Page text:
Anybody in this industry who wants reliability would never use electrolytic caps that old.

    There is "re-forming" capacitors, but this should not be considered a permanent solution for aged electrolytic caps.

    Unfortunately the only reliable replacement is a new one.
     
  4. Matthews Guitars

    Matthews Guitars Well-Known Member

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    NOS caps would be the worst possible choice. They've been stored without voltage applied to them for decades. Their anodizing on the plates will be mostly gone and they'll probably short out and explode very quickly if you were to just install them and fire up the amp. They're WORSE than caps that have been in regular or even infrequent use for decades.

    You would be money ahead just to shoot your amp with a shotgun right now and call it a day. Yes, putting in NOS caps would be just about that bad. I'm not kidding in the slightest.

    However, I have not been instructed to NOT reveal what I am about to tell you.

    The company that was Daly capacitors has changed hands several times over the years. The company that carries their legacy and has the legal rights to the Daly brand name is a major premium grade capacitor supplier today.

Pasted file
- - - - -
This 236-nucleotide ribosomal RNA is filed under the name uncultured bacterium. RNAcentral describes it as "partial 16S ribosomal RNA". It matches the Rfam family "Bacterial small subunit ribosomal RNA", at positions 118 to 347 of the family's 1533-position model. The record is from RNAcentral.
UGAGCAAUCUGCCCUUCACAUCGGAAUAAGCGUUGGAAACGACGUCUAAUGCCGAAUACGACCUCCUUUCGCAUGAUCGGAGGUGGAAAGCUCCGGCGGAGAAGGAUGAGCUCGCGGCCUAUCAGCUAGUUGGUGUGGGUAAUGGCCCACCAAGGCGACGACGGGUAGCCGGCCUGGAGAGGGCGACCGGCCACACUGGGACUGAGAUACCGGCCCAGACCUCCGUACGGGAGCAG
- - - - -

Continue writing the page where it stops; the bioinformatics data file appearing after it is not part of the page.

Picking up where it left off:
I have personally had a conference call with their product representatives and development teams. I have told them that I believe there is a decent sized market for authentic new production Daly capacitors for the Marshall refurbishment/restoration market, with other amp companies also being able to use the same capacitors and probably they would be quite willing to do so.

    That team is taking a very SERIOUS look at the notion of restarting the Daly line and making brand new, Daly brand, correct value, cosmetically correct capacitors for us. Of course they'd have current date codes. This would be the best possible answer.